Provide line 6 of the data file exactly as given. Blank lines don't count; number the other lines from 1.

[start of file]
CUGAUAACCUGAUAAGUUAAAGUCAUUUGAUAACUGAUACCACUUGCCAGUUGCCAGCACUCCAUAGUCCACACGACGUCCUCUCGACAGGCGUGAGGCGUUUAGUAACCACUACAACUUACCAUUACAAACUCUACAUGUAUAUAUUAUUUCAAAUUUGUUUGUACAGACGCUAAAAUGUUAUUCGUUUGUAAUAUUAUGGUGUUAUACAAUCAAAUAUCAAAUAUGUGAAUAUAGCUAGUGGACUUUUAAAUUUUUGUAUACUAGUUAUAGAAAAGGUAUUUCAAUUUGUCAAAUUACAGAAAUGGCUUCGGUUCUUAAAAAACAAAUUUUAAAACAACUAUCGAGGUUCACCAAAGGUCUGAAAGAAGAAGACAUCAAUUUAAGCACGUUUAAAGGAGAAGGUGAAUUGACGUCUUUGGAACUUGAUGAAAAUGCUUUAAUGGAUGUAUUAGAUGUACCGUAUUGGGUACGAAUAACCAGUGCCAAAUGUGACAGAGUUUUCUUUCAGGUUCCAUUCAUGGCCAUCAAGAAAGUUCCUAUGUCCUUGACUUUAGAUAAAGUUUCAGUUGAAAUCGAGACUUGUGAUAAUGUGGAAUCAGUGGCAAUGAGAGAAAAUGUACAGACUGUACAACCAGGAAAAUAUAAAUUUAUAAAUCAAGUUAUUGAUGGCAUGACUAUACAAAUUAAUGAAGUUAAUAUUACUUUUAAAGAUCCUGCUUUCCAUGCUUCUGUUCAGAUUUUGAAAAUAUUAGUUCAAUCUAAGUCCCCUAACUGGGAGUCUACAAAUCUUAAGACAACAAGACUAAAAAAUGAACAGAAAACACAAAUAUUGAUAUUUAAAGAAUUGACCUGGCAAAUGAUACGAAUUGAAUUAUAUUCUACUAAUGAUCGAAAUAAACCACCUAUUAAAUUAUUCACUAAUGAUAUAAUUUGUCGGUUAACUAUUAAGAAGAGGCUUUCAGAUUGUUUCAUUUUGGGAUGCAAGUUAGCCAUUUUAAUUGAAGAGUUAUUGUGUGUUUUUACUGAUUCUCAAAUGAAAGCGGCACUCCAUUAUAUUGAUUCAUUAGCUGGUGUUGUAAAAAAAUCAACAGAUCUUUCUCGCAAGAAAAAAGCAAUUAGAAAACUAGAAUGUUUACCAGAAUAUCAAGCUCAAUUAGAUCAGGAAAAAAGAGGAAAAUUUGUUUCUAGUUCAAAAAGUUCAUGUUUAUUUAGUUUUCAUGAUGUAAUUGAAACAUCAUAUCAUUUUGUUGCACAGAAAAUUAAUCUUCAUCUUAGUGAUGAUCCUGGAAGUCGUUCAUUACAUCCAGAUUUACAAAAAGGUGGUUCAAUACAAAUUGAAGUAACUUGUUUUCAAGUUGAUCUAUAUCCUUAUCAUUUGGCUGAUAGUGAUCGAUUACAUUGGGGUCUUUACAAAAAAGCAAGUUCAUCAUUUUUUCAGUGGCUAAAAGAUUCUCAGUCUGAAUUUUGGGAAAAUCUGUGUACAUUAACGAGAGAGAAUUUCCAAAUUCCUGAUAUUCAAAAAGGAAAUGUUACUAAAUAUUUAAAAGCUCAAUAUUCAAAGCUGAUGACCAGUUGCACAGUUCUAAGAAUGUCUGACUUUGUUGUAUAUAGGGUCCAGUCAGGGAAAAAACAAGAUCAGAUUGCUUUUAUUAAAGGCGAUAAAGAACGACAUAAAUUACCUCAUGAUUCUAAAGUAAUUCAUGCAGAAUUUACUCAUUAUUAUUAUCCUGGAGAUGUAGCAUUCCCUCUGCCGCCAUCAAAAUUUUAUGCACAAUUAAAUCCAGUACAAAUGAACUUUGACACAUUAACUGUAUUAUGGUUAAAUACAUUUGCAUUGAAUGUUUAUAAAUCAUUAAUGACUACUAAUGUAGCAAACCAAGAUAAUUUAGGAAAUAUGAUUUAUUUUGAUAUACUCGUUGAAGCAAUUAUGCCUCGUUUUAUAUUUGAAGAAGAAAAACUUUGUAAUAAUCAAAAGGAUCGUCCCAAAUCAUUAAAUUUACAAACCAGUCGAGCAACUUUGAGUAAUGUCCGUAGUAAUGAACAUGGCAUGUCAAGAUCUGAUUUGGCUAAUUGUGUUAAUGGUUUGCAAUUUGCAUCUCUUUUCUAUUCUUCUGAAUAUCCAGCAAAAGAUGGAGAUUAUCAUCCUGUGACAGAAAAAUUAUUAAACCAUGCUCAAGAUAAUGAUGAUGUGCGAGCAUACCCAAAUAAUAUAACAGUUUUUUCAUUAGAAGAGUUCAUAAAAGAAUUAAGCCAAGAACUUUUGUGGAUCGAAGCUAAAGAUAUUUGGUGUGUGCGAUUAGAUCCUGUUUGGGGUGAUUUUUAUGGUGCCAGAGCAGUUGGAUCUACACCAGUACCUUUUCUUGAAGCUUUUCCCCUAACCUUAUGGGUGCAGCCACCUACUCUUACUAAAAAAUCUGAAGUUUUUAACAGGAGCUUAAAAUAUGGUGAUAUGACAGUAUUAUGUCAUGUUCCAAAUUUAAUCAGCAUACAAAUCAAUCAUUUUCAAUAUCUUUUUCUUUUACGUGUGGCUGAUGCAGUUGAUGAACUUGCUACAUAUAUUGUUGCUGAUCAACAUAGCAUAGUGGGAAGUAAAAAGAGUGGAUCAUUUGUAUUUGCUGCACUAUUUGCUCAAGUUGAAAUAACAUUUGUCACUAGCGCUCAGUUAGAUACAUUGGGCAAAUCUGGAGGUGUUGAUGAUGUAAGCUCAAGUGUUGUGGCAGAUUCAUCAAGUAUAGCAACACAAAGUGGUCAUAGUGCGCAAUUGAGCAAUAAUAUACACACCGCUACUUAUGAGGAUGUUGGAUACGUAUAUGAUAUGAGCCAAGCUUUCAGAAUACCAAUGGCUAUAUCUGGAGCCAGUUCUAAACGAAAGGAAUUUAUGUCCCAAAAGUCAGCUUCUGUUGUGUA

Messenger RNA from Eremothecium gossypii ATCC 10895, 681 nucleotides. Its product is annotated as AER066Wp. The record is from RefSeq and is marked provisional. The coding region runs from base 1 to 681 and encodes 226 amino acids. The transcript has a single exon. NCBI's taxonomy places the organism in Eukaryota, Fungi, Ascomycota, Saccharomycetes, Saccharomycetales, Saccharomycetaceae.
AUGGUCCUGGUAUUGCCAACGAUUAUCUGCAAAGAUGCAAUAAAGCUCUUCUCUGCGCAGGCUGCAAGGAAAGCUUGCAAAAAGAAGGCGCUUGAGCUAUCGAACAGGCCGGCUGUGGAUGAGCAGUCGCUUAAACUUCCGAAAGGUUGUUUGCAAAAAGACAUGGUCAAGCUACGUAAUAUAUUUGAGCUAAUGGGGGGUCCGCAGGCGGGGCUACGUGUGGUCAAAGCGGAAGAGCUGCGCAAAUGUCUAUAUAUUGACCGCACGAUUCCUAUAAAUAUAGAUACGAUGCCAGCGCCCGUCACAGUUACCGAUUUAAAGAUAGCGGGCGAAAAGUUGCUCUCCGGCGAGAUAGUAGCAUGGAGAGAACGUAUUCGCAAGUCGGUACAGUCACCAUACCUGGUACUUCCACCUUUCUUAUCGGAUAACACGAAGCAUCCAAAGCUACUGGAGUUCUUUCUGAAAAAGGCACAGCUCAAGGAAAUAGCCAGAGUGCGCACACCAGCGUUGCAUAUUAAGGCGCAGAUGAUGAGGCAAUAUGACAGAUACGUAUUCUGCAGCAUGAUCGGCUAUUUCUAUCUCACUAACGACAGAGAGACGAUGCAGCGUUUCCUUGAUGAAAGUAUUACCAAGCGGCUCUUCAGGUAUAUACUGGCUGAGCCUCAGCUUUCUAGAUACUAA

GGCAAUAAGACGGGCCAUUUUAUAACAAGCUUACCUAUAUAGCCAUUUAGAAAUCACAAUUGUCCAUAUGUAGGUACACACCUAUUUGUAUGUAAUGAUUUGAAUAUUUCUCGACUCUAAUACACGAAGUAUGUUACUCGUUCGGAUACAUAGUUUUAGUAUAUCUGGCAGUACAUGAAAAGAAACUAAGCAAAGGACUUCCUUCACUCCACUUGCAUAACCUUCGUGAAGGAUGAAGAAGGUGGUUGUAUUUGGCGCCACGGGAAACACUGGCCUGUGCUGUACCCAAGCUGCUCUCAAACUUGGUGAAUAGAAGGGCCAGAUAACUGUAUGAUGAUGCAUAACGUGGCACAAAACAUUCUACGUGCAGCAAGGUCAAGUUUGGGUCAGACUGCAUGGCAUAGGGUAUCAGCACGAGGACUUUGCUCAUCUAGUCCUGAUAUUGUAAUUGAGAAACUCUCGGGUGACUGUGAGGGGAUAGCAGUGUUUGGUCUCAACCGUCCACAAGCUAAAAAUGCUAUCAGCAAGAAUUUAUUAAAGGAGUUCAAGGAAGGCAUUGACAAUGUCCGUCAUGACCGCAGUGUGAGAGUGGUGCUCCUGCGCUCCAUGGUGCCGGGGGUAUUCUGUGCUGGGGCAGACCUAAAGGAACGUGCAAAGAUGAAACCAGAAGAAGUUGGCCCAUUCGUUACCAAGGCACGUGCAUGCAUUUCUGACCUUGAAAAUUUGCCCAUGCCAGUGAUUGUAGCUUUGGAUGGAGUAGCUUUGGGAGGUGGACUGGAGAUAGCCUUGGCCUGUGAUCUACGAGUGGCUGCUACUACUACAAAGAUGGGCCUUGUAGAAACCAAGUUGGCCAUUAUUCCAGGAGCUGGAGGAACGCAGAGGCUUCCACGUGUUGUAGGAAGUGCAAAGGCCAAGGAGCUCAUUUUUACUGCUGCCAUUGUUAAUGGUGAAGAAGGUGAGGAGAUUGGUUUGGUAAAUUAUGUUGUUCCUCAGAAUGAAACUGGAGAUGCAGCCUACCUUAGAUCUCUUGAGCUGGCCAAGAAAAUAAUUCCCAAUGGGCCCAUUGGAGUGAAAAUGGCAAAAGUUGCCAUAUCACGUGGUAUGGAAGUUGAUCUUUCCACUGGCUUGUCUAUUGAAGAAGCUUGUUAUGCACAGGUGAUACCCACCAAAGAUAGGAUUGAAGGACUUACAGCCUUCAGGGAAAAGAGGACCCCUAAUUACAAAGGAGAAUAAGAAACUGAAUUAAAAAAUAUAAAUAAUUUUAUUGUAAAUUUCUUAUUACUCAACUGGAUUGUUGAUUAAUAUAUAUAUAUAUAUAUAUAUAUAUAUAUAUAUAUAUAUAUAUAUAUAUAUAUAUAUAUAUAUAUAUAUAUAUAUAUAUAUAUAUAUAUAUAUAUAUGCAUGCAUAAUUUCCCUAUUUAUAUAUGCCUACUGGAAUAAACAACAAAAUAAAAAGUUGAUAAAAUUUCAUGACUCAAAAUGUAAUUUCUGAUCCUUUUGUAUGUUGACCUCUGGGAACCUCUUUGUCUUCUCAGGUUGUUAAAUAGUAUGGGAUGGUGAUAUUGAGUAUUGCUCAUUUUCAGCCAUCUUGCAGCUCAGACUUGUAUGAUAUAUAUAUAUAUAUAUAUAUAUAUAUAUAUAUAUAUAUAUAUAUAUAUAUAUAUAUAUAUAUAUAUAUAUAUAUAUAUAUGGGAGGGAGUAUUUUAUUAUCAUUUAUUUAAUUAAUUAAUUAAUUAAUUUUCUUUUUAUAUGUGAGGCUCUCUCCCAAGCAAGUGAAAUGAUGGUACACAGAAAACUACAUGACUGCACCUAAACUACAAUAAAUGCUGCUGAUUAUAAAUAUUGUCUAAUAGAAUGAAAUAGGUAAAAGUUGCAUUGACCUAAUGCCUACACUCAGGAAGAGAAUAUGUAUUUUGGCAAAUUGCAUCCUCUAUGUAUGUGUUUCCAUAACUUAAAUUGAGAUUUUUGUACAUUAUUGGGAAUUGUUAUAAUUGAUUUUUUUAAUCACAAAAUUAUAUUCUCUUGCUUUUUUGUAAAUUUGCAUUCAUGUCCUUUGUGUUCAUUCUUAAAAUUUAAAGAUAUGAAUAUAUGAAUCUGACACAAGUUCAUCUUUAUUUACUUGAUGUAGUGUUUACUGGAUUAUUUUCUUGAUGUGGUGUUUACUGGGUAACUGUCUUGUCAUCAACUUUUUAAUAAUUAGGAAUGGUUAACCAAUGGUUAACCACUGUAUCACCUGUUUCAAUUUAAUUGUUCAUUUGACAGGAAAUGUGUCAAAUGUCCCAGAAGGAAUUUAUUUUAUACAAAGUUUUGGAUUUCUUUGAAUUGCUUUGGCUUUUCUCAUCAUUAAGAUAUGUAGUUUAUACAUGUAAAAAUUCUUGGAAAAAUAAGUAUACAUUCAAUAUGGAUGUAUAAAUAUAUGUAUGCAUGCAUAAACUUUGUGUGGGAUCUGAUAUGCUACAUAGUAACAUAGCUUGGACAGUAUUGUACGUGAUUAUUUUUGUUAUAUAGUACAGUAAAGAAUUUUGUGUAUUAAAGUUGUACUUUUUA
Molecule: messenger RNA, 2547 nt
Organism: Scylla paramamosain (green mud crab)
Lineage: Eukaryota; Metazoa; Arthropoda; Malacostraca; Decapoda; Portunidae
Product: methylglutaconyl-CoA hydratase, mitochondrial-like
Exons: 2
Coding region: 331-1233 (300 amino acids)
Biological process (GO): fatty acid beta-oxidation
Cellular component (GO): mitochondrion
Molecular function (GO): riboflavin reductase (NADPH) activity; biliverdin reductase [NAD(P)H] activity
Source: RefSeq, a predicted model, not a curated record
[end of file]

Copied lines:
Organism: Scylla paramamosain (green mud crab)